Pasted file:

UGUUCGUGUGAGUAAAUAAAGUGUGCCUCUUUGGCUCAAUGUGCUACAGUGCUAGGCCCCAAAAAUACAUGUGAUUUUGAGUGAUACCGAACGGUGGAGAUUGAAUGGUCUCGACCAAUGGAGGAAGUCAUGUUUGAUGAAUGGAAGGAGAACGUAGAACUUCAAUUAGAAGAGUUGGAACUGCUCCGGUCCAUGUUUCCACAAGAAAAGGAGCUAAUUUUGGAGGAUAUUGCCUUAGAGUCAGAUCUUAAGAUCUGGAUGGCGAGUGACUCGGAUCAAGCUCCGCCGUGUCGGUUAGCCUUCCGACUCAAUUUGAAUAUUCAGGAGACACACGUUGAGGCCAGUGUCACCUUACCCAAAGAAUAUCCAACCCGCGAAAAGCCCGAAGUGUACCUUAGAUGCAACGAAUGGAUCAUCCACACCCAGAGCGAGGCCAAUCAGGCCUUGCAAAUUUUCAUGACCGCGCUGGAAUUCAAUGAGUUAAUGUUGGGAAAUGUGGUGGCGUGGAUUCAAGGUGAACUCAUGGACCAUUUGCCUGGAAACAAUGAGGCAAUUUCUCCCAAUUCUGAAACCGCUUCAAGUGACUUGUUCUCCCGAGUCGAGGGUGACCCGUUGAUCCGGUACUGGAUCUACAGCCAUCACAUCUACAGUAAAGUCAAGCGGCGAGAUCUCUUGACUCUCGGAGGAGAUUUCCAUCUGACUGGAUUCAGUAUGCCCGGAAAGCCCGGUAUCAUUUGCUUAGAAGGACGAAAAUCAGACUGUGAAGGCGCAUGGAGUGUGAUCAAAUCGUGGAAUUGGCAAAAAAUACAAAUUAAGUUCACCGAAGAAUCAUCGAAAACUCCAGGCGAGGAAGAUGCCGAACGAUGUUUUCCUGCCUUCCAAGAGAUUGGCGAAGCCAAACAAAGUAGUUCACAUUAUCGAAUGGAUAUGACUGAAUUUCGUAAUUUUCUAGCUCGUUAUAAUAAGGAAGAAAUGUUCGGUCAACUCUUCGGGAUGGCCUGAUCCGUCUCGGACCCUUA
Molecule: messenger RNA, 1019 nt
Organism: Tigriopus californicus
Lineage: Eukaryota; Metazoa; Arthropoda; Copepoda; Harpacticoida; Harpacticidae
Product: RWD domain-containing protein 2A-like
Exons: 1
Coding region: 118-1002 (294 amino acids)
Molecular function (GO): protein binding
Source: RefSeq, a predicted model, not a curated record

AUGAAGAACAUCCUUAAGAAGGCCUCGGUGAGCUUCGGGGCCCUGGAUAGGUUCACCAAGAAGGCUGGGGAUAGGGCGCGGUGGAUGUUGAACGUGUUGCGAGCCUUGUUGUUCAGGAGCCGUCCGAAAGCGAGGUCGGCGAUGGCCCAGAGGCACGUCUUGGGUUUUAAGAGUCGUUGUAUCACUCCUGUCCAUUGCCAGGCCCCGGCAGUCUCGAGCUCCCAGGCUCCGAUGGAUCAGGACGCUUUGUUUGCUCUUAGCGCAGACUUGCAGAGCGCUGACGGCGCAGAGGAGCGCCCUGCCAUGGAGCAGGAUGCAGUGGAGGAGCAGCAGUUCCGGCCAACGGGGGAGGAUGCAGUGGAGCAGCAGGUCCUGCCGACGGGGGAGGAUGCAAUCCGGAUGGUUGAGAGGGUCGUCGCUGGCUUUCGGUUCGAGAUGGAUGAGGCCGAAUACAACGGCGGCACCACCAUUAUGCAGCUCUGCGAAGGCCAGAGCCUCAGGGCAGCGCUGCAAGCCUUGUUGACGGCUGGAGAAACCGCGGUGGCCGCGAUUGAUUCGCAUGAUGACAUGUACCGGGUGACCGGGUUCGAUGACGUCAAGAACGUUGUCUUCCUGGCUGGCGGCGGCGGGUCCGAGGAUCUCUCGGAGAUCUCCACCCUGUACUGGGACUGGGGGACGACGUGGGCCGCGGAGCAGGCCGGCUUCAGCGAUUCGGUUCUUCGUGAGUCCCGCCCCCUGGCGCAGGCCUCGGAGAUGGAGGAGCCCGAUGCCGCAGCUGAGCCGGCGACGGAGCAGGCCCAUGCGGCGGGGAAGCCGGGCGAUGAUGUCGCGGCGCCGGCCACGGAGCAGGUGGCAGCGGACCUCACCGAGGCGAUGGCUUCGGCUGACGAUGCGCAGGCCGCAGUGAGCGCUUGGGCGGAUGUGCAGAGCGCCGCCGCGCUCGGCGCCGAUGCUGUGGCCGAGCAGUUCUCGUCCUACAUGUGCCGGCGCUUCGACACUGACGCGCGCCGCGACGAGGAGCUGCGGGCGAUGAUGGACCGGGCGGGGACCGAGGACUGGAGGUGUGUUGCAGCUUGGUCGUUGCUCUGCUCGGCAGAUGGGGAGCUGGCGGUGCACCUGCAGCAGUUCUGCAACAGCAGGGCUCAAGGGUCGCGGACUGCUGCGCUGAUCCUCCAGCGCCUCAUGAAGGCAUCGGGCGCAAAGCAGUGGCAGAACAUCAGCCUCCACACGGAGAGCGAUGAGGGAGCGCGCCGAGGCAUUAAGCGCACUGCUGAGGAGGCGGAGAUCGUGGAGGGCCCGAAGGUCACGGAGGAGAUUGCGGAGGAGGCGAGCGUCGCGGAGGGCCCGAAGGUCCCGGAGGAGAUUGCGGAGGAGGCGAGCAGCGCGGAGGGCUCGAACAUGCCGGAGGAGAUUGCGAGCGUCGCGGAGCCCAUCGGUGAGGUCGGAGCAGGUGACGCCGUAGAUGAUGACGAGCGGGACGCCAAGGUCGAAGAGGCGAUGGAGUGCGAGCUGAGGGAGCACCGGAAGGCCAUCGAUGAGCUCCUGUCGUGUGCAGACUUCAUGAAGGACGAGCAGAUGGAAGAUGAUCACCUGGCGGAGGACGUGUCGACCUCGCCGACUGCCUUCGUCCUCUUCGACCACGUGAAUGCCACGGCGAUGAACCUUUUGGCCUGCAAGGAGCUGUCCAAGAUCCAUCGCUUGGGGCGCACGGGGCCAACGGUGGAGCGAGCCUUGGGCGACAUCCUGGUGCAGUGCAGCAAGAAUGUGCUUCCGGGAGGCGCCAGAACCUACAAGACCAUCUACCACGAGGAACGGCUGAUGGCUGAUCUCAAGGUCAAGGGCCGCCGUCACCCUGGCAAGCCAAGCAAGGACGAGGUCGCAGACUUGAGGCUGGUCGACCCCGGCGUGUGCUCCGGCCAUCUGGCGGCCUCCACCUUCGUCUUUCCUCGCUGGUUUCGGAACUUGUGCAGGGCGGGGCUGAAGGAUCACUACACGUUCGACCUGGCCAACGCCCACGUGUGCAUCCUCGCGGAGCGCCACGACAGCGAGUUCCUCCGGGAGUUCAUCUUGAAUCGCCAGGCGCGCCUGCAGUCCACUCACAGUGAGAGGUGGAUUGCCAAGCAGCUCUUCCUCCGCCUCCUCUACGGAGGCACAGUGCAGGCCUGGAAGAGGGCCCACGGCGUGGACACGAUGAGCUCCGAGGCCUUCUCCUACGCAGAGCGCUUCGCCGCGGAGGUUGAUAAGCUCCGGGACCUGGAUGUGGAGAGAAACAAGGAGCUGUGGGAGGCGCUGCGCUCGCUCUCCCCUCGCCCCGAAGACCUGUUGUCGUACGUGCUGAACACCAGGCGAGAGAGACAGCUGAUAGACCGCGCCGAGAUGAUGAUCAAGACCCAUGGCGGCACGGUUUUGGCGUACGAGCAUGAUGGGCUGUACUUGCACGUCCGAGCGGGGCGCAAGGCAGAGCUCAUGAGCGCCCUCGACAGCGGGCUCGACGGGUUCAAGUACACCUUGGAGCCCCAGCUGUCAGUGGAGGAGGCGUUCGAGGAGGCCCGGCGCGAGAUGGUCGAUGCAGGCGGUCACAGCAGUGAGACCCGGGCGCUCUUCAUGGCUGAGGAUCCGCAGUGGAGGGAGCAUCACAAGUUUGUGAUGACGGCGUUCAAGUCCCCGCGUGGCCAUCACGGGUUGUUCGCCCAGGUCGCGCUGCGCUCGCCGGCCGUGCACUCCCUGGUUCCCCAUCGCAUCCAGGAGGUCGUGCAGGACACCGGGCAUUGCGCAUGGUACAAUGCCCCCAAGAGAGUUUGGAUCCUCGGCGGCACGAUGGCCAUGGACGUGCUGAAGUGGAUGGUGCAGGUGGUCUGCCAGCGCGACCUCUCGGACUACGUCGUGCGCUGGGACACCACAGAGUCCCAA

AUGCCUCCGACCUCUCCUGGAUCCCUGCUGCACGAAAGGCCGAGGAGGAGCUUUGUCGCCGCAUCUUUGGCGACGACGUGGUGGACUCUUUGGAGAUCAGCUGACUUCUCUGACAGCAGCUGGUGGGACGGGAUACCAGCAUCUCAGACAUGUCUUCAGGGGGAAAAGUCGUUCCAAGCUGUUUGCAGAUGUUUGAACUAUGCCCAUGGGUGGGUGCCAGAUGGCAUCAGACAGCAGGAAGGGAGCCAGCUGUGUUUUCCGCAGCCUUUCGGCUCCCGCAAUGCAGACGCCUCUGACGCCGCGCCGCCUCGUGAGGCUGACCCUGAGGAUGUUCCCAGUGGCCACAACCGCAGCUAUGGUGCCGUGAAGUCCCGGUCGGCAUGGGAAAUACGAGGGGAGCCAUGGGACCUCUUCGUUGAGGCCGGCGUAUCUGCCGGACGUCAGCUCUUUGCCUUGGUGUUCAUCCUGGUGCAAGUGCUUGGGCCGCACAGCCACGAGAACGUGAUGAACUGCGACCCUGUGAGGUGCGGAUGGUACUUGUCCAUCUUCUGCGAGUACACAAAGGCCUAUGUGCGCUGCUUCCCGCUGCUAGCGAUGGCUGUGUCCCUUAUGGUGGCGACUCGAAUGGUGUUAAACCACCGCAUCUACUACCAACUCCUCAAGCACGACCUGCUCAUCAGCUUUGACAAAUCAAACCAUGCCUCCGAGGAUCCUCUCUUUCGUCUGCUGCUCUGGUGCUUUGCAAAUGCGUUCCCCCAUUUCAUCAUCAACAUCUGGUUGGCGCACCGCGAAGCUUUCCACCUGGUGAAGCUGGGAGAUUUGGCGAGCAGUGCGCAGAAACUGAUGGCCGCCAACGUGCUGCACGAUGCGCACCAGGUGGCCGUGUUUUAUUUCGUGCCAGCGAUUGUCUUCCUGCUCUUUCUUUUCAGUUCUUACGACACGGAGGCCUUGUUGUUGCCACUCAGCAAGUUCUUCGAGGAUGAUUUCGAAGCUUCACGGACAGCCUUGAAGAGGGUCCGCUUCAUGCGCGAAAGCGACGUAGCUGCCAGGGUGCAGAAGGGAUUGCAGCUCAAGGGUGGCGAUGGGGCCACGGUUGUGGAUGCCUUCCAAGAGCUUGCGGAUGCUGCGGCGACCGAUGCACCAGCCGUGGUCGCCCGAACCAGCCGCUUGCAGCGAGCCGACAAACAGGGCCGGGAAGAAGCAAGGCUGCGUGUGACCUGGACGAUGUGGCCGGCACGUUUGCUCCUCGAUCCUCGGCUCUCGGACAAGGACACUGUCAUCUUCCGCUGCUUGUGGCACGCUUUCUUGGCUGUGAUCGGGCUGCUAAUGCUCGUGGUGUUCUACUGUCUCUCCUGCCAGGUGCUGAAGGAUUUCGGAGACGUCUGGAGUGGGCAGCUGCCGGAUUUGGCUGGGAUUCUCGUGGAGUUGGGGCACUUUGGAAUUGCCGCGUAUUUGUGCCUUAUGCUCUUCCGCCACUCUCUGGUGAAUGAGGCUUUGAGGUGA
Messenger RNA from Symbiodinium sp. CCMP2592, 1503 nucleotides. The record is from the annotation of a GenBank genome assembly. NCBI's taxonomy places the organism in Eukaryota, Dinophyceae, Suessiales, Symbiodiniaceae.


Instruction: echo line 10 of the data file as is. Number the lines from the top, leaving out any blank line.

AUGAAGAACAUCCUUAAGAAGGCCUCGGUGAGCUUCGGGGCCCUGGAUAGGUUCACCAAGAAGGCUGGGGAUAGGGCGCGGUGGAUGUUGAACGUGUUGCGAGCCUUGUUGUUCAGGAGCCGUCCGAAAGCGAGGUCGGCGAUGGCCCAGAGGCACGUCUUGGGUUUUAAGAGUCGUUGUAUCACUCCUGUCCAUUGCCAGGCCCCGGCAGUCUCGAGCUCCCAGGCUCCGAUGGAUCAGGACGCUUUGUUUGCUCUUAGCGCAGACUUGCAGAGCGCUGACGGCGCAGAGGAGCGCCCUGCCAUGGAGCAGGAUGCAGUGGAGGAGCAGCAGUUCCGGCCAACGGGGGAGGAUGCAGUGGAGCAGCAGGUCCUGCCGACGGGGGAGGAUGCAAUCCGGAUGGUUGAGAGGGUCGUCGCUGGCUUUCGGUUCGAGAUGGAUGAGGCCGAAUACAACGGCGGCACCACCAUUAUGCAGCUCUGCGAAGGCCAGAGCCUCAGGGCAGCGCUGCAAGCCUUGUUGACGGCUGGAGAAACCGCGGUGGCCGCGAUUGAUUCGCAUGAUGACAUGUACCGGGUGACCGGGUUCGAUGACGUCAAGAACGUUGUCUUCCUGGCUGGCGGCGGCGGGUCCGAGGAUCUCUCGGAGAUCUCCACCCUGUACUGGGACUGGGGGACGACGUGGGCCGCGGAGCAGGCCGGCUUCAGCGAUUCGGUUCUUCGUGAGUCCCGCCCCCUGGCGCAGGCCUCGGAGAUGGAGGAGCCCGAUGCCGCAGCUGAGCCGGCGACGGAGCAGGCCCAUGCGGCGGGGAAGCCGGGCGAUGAUGUCGCGGCGCCGGCCACGGAGCAGGUGGCAGCGGACCUCACCGAGGCGAUGGCUUCGGCUGACGAUGCGCAGGCCGCAGUGAGCGCUUGGGCGGAUGUGCAGAGCGCCGCCGCGCUCGGCGCCGAUGCUGUGGCCGAGCAGUUCUCGUCCUACAUGUGCCGGCGCUUCGACACUGACGCGCGCCGCGACGAGGAGCUGCGGGCGAUGAUGGACCGGGCGGGGACCGAGGACUGGAGGUGUGUUGCAGCUUGGUCGUUGCUCUGCUCGGCAGAUGGGGAGCUGGCGGUGCACCUGCAGCAGUUCUGCAACAGCAGGGCUCAAGGGUCGCGGACUGCUGCGCUGAUCCUCCAGCGCCUCAUGAAGGCAUCGGGCGCAAAGCAGUGGCAGAACAUCAGCCUCCACACGGAGAGCGAUGAGGGAGCGCGCCGAGGCAUUAAGCGCACUGCUGAGGAGGCGGAGAUCGUGGAGGGCCCGAAGGUCACGGAGGAGAUUGCGGAGGAGGCGAGCGUCGCGGAGGGCCCGAAGGUCCCGGAGGAGAUUGCGGAGGAGGCGAGCAGCGCGGAGGGCUCGAACAUGCCGGAGGAGAUUGCGAGCGUCGCGGAGCCCAUCGGUGAGGUCGGAGCAGGUGACGCCGUAGAUGAUGACGAGCGGGACGCCAAGGUCGAAGAGGCGAUGGAGUGCGAGCUGAGGGAGCACCGGAAGGCCAUCGAUGAGCUCCUGUCGUGUGCAGACUUCAUGAAGGACGAGCAGAUGGAAGAUGAUCACCUGGCGGAGGACGUGUCGACCUCGCCGACUGCCUUCGUCCUCUUCGACCACGUGAAUGCCACGGCGAUGAACCUUUUGGCCUGCAAGGAGCUGUCCAAGAUCCAUCGCUUGGGGCGCACGGGGCCAACGGUGGAGCGAGCCUUGGGCGACAUCCUGGUGCAGUGCAGCAAGAAUGUGCUUCCGGGAGGCGCCAGAACCUACAAGACCAUCUACCACGAGGAACGGCUGAUGGCUGAUCUCAAGGUCAAGGGCCGCCGUCACCCUGGCAAGCCAAGCAAGGACGAGGUCGCAGACUUGAGGCUGGUCGACCCCGGCGUGUGCUCCGGCCAUCUGGCGGCCUCCACCUUCGUCUUUCCUCGCUGGUUUCGGAACUUGUGCAGGGCGGGGCUGAAGGAUCACUACACGUUCGACCUGGCCAACGCCCACGUGUGCAUCCUCGCGGAGCGCCACGACAGCGAGUUCCUCCGGGAGUUCAUCUUGAAUCGCCAGGCGCGCCUGCAGUCCACUCACAGUGAGAGGUGGAUUGCCAAGCAGCUCUUCCUCCGCCUCCUCUACGGAGGCACAGUGCAGGCCUGGAAGAGGGCCCACGGCGUGGACACGAUGAGCUCCGAGGCCUUCUCCUACGCAGAGCGCUUCGCCGCGGAGGUUGAUAAGCUCCGGGACCUGGAUGUGGAGAGAAACAAGGAGCUGUGGGAGGCGCUGCGCUCGCUCUCCCCUCGCCCCGAAGACCUGUUGUCGUACGUGCUGAACACCAGGCGAGAGAGACAGCUGAUAGACCGCGCCGAGAUGAUGAUCAAGACCCAUGGCGGCACGGUUUUGGCGUACGAGCAUGAUGGGCUGUACUUGCACGUCCGAGCGGGGCGCAAGGCAGAGCUCAUGAGCGCCCUCGACAGCGGGCUCGACGGGUUCAAGUACACCUUGGAGCCCCAGCUGUCAGUGGAGGAGGCGUUCGAGGAGGCCCGGCGCGAGAUGGUCGAUGCAGGCGGUCACAGCAGUGAGACCCGGGCGCUCUUCAUGGCUGAGGAUCCGCAGUGGAGGGAGCAUCACAAGUUUGUGAUGACGGCGUUCAAGUCCCCGCGUGGCCAUCACGGGUUGUUCGCCCAGGUCGCGCUGCGCUCGCCGGCCGUGCACUCCCUGGUUCCCCAUCGCAUCCAGGAGGUCGUGCAGGACACCGGGCAUUGCGCAUGGUACAAUGCCCCCAAGAGAGUUUGGAUCCUCGGCGGCACGAUGGCCAUGGACGUGCUGAAGUGGAUGGUGCAGGUGGUCUGCCAGCGCGACCUCUCGGACUACGUCGUGCGCUGGGACACCACAGAGUCCCAA